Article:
Capital Books, which is where the library orders most of their books, has finished renovation on their second floor adding more books as well as the Flamingo Lounge. The Lounge is not open yet, but Ms Melinson is looking forward to a cup of tea one evening while overlooking the Crest Theater marquee in the Flamingo Lounge as soon as this pandemic is under control. In the meantime, Capital Books is allowing people to schedule private appointments for their families to shop together in the empty shop. If you ever wanted to be locked into a bookstore, this is your chance (although I don’t think they actually lock you in;-)
Have you heard the back story for Jennifer Lynn Barnes’s book, Inheritance Game? When the author Ms Barnes was in college, her parents decided to build a dream home, and they asked her what she’d want in it. Of course she said she wanted a secret passage (because who wouldn’t?) and her dad built it for her. Their library, which is filled to the brim with books, has one bookcase that disappears into the wall to reveal a secret passage. She always wanted to write a book that included something like that, and now she has! This book is available as an ebook in Sora if you would like to check it out.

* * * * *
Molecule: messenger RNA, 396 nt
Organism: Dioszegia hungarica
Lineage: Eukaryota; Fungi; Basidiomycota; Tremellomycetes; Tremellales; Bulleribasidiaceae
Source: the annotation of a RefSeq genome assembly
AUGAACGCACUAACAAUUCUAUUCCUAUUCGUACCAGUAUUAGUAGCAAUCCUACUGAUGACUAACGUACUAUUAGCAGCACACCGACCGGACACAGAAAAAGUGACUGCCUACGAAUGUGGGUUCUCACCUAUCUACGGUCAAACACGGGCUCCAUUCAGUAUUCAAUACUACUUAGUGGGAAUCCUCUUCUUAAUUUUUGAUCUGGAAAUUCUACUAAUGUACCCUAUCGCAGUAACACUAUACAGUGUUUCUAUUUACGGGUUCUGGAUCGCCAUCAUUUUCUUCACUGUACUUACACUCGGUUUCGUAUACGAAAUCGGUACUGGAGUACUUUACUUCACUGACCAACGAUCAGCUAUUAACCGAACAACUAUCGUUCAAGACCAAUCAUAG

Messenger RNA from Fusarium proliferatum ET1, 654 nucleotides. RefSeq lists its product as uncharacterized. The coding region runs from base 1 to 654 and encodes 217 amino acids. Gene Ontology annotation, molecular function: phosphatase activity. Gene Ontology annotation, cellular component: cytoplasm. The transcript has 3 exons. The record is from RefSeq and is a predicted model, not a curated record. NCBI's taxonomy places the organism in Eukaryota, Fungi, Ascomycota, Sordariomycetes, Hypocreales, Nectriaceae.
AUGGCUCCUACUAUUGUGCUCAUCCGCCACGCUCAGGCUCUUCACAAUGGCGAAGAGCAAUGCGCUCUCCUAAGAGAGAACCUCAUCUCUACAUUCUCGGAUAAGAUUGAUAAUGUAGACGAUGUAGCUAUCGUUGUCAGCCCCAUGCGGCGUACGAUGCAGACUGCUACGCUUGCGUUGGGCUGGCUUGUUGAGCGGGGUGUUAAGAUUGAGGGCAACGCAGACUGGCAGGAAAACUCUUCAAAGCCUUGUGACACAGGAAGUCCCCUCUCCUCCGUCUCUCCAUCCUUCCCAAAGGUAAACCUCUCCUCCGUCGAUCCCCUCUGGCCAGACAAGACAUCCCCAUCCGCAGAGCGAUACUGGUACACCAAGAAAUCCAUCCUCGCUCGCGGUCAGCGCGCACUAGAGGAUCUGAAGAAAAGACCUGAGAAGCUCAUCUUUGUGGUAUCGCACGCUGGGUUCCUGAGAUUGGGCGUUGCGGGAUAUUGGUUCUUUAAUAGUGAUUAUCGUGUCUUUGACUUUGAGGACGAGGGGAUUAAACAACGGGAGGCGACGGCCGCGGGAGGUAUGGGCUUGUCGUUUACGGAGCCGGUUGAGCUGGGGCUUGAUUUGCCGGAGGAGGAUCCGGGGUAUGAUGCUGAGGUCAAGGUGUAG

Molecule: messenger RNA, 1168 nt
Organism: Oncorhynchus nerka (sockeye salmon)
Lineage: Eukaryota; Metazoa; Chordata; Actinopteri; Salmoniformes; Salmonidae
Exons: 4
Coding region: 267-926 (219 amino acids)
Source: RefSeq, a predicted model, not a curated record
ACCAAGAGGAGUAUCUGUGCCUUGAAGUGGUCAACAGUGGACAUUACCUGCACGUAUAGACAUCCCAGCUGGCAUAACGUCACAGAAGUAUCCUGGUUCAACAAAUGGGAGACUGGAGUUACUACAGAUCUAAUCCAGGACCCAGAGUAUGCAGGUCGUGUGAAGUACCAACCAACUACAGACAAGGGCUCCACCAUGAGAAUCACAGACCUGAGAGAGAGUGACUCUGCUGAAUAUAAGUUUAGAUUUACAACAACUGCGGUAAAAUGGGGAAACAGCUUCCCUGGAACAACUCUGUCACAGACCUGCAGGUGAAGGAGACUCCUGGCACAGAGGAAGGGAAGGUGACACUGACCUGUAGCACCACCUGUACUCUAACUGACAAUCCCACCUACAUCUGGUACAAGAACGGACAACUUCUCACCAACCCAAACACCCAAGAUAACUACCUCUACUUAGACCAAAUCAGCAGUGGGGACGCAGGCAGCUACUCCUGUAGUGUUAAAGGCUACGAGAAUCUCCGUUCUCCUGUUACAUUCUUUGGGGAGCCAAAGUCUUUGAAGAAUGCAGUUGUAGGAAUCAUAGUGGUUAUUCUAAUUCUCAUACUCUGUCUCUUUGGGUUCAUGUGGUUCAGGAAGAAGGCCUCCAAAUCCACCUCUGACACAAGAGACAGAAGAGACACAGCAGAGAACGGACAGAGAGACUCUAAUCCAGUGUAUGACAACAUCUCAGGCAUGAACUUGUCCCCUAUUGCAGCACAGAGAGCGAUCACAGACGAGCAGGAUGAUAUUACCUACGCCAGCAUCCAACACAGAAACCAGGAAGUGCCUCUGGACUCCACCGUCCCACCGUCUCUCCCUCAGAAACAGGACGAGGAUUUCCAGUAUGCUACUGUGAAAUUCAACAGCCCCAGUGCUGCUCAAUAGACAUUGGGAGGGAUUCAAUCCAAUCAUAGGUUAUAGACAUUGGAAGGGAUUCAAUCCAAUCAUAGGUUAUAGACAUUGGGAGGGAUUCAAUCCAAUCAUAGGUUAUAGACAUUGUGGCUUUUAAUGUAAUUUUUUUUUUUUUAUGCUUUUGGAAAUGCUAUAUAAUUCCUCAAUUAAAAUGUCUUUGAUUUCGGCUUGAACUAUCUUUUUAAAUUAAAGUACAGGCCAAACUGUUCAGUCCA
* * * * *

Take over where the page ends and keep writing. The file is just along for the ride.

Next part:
It’s Banned Books Week! We celebrate Banned Books Week by having the freedom to read what we choose. The theme for this year is “Censorship is a dead end. Find your freedom to read.” Visit the following padlet for information on frequent reasons why books are challenged or banned from schools and libraries as well as some related activities.